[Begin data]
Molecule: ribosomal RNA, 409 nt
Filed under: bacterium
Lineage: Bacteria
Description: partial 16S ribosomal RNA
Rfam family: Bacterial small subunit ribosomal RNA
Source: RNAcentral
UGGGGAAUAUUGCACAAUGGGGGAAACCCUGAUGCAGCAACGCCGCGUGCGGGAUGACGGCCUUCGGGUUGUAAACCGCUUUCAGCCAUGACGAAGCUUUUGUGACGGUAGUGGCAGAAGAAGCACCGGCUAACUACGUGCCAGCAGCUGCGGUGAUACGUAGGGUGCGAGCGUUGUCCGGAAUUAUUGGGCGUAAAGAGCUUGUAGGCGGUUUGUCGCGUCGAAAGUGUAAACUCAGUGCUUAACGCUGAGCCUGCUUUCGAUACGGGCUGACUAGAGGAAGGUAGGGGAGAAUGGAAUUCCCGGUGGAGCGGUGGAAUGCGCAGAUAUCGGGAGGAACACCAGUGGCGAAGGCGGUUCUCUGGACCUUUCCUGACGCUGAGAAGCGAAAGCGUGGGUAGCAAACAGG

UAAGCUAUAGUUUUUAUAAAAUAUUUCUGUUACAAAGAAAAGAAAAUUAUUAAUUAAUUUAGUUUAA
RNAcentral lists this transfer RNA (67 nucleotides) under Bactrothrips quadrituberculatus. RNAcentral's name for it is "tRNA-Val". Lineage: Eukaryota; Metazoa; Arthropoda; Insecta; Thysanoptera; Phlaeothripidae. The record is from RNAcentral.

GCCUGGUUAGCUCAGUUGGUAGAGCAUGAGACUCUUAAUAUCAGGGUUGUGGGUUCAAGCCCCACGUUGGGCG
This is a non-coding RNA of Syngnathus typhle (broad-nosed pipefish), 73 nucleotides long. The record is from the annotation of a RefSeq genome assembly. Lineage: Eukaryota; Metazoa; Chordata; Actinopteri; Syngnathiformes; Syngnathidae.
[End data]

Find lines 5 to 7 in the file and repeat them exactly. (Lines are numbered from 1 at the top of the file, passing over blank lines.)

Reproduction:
Rfam family: Bacterial small subunit ribosomal RNA
Source: RNAcentral
UGGGGAAUAUUGCACAAUGGGGGAAACCCUGAUGCAGCAACGCCGCGUGCGGGAUGACGGCCUUCGGGUUGUAAACCGCUUUCAGCCAUGACGAAGCUUUUGUGACGGUAGUGGCAGAAGAAGCACCGGCUAACUACGUGCCAGCAGCUGCGGUGAUACGUAGGGUGCGAGCGUUGUCCGGAAUUAUUGGGCGUAAAGAGCUUGUAGGCGGUUUGUCGCGUCGAAAGUGUAAACUCAGUGCUUAACGCUGAGCCUGCUUUCGAUACGGGCUGACUAGAGGAAGGUAGGGGAGAAUGGAAUUCCCGGUGGAGCGGUGGAAUGCGCAGAUAUCGGGAGGAACACCAGUGGCGAAGGCGGUUCUCUGGACCUUUCCUGACGCUGAGAAGCGAAAGCGUGGGUAGCAAACAGG